“The fork of his horns should start above the ears,” a friend told me. “That’s the quickest way to field-judge a pronghorn.”

I had no idea what I was doing, but I was excited, and unbridled enthusiasm will take you a long way. I was going to hunt pronghorn.

Months before, Aaron McCaleb of Source Outdoors had invited me on a pronghorn hunt in Wyoming to test out one of Barnett Crossbows’ newer models, the BC Raptor Reverse. Pronghorn had been at the top of my bucket list for years, so I accepted Aaron’s invitation and started reading up on crossbows and pronghorns.

I already had one crossbow harvest under my belt — a small whitetail buck I’d killed more than a decade ago. It was the first big-game animal I’d ever taken, and frankly, if it hadn’t been for that crossbow hunt, I don’t know if I’d be a hunter today. I moved on to rifles after that, but kept that old crossbow around and shot it on the range occasionally. It was cumbersome and front-heavy, but it had done the job and was simple enough to use with a little practice. I figured I knew enough about crossbows to handle a new one comfortably on the pronghorn hunt.

Next, I wanted to learn what I could about pronghorn before I headed out to hunt them. I found out what Western hunters already know: Pronghorn are native to North America, and though often called “antelope,” they are not true antelope at all. They’re a unique species unto themselves, the only surviving member of the family Antilocapridae, more closely related to giraffes than to actual antelopes. To an Eastern hunter, they seem the epitome of The West. It’s commonly said that there are more pronghorns in Wyoming than there are people. Whether that’s true or not, I sure liked the way it sounded.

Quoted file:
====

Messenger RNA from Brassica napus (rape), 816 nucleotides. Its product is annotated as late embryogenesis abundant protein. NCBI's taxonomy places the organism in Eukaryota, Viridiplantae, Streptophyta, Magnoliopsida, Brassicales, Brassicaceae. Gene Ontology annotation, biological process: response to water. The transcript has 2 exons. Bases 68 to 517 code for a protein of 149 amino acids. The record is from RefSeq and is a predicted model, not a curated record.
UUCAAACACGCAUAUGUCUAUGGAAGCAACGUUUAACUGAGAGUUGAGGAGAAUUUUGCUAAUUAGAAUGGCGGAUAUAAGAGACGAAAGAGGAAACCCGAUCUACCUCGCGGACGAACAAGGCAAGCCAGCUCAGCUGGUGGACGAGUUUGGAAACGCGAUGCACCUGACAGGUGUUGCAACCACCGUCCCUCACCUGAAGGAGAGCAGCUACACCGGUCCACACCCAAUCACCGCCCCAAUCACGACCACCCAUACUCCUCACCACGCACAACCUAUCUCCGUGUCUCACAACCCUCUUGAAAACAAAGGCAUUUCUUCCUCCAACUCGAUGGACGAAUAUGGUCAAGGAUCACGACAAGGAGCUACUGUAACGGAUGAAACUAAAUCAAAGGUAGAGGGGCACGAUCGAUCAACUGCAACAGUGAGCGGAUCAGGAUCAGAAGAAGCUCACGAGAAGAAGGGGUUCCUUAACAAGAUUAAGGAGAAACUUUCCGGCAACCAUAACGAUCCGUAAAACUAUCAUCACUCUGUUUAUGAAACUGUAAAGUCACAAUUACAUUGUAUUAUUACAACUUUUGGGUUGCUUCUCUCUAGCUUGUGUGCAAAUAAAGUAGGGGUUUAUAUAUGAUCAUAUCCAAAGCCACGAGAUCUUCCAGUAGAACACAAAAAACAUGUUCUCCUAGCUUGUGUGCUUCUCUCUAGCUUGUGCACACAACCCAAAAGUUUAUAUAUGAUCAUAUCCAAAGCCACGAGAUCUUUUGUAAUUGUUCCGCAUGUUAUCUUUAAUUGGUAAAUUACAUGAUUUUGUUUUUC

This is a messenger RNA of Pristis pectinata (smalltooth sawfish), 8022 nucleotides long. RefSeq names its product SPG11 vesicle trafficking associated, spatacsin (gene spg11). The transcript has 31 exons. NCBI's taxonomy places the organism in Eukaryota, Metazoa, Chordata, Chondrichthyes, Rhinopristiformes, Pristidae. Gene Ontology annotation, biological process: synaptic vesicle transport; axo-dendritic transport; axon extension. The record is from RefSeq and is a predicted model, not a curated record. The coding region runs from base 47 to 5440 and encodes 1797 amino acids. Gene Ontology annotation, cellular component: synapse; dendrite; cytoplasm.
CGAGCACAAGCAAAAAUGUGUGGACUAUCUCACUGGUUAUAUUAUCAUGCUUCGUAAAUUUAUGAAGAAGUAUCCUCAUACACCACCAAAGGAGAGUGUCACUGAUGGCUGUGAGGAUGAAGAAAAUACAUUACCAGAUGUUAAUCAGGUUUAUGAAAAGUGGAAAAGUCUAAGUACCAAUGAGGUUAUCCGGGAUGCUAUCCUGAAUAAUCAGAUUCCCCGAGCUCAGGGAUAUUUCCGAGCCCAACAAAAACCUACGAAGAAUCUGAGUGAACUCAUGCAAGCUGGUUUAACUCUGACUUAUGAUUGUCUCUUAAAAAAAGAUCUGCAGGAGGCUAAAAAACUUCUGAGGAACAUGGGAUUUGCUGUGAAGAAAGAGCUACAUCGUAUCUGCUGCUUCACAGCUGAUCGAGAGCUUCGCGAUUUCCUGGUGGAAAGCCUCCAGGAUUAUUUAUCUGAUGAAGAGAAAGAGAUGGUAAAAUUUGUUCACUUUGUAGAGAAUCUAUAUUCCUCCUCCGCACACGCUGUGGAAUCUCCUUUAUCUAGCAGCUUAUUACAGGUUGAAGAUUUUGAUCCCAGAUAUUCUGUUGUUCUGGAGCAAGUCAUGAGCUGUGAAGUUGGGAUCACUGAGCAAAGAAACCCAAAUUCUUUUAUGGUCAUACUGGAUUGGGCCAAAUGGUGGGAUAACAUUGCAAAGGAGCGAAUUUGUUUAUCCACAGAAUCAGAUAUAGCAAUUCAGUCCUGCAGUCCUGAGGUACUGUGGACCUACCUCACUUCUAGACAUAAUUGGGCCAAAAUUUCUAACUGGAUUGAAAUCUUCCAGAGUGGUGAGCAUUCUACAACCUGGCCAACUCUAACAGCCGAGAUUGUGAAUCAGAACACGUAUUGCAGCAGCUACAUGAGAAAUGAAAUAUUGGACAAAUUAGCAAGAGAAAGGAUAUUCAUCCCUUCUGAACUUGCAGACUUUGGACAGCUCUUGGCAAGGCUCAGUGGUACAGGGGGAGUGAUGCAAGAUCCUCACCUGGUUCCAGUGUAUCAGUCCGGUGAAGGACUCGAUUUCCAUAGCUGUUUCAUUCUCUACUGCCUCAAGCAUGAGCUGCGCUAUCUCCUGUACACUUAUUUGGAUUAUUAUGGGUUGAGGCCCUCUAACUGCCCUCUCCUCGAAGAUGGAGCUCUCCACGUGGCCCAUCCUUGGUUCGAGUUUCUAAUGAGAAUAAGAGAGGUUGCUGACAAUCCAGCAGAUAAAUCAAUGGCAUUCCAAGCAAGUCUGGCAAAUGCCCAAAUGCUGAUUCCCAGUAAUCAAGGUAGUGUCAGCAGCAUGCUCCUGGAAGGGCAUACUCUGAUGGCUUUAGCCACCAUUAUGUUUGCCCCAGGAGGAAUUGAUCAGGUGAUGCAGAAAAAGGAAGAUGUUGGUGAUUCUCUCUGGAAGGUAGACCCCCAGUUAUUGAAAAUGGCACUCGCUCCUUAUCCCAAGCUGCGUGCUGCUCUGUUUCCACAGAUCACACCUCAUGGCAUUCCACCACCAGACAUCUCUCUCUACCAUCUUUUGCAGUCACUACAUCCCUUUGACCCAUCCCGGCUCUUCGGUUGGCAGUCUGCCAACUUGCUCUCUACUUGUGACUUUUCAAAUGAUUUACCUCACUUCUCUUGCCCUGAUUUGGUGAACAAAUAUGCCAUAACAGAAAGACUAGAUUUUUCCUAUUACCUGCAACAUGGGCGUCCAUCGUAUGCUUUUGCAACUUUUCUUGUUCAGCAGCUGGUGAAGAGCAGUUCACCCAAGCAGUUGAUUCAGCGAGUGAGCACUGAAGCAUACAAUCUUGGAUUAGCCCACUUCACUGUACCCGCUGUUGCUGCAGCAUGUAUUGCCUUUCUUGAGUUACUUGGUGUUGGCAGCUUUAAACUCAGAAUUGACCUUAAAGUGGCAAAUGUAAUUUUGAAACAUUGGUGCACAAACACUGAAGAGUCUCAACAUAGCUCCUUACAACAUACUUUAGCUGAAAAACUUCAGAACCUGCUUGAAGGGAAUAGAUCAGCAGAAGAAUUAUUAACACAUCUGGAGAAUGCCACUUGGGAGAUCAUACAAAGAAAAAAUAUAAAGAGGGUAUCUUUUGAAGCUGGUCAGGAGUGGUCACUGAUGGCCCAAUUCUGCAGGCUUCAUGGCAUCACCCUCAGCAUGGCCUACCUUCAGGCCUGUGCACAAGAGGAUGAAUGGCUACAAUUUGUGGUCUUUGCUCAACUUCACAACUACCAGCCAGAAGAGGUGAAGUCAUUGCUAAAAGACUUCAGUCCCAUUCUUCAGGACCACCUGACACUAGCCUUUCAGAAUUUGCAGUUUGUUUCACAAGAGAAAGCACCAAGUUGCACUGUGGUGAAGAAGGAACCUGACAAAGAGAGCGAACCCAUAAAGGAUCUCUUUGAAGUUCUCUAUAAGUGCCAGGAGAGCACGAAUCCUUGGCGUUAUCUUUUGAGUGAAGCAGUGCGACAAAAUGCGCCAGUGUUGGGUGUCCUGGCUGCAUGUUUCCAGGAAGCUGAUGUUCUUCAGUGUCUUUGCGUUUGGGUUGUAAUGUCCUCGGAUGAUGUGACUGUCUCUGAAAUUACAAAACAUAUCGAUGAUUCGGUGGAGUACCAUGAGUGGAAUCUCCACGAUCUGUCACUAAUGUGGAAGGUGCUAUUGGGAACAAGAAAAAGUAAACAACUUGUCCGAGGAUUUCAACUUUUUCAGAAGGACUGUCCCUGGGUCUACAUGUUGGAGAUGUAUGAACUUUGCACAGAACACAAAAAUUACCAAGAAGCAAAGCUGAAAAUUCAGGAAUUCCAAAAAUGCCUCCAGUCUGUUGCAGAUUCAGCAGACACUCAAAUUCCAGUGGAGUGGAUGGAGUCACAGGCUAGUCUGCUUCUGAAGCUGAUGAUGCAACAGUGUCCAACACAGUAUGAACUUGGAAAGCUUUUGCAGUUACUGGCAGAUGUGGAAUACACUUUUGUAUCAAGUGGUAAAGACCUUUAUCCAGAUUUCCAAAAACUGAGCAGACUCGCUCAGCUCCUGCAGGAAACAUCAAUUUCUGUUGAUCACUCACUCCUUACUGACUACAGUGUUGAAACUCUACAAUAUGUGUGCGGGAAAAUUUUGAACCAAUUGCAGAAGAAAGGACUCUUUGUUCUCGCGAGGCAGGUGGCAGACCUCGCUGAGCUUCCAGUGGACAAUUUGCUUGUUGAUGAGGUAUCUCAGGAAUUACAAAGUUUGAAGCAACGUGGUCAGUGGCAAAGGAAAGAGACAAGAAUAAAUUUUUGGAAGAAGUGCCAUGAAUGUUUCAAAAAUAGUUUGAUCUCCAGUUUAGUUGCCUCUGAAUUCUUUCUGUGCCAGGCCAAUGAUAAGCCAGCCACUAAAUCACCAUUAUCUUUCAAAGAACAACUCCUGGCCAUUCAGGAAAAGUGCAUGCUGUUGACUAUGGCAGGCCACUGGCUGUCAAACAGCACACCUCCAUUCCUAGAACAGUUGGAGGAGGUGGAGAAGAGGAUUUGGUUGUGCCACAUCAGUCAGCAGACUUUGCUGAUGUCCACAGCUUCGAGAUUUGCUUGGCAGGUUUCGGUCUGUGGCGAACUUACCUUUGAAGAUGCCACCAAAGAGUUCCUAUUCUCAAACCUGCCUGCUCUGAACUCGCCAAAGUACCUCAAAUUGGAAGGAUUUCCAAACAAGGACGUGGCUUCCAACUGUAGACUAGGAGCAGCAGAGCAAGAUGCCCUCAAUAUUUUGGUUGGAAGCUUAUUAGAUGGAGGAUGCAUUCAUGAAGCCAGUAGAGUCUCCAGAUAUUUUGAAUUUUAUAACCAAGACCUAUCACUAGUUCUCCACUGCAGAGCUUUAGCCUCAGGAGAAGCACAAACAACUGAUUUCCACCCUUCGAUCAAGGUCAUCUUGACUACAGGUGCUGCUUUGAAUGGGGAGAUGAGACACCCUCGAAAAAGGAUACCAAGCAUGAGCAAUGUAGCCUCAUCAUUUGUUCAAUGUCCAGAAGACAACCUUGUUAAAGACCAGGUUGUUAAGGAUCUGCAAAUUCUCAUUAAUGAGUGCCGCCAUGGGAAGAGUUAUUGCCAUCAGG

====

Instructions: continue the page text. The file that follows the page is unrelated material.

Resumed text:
The biology is interesting, but what I really needed to know was how to hunt these handsome animals. They’re similar enough in size and shape to our smallish Southern whitetails that I knew shot placement wasn’t going to be a problem. Aaron had let me know that we’d be hunting over waterholes from a blind. Simple enough, though I wondered how maneuverable a bulky crossbow was going to be in the confines of a dark blind.dsc03978

As for the meat, I got conflicting reports. Most of the hunters I knew reported that pronghorn meat was their favorite big-game meat — rich and sweet and delicious. But a handful of friends who had been served antelope meat that someone else had shot swore it was musky and tasted too strongly of sage. Who to believe? I chalked it up to the same thing that makes a difference in most any game meat — how it was handled and dressed in the field.

So I knew how I’d be hunting. I knew where to place my shot, and I knew the meat should be good if I handled it properly. What I still needed to know was how to decide which buck to shoot.

I’m a firm believer that a trophy is a trophy if the hunter is happy with it, no matter the size or score. There would be no holding out for a monster — an average-sized pronghorn would make me more than happy — but I also didn’t want to be “That Girl” in camp who shot a too-small buck and was the butt of jokes for the rest of the trip.

“It’s not like guided whitetail hunting,” my friend Randy Burtis texted me. He’s an experienced Western bowhunter and a guide at Table Mountain Outfitters, where I’d be hunting. “There are no fines for shooting the ‘wrong one.’ Shoot any antelope that makes you happy.”

That made me feel a little better, but I needed a crash course in field-judging pronghorn. A poll of my Facebook friends (most of whom are hunters) left me with advice like “the horn should be more than twice the height of the ear” and “the base should be one and a half times the width of the eye,” but the one that stuck with me as being simple and quick was “if the prong starts above the ear, he’s good enough.”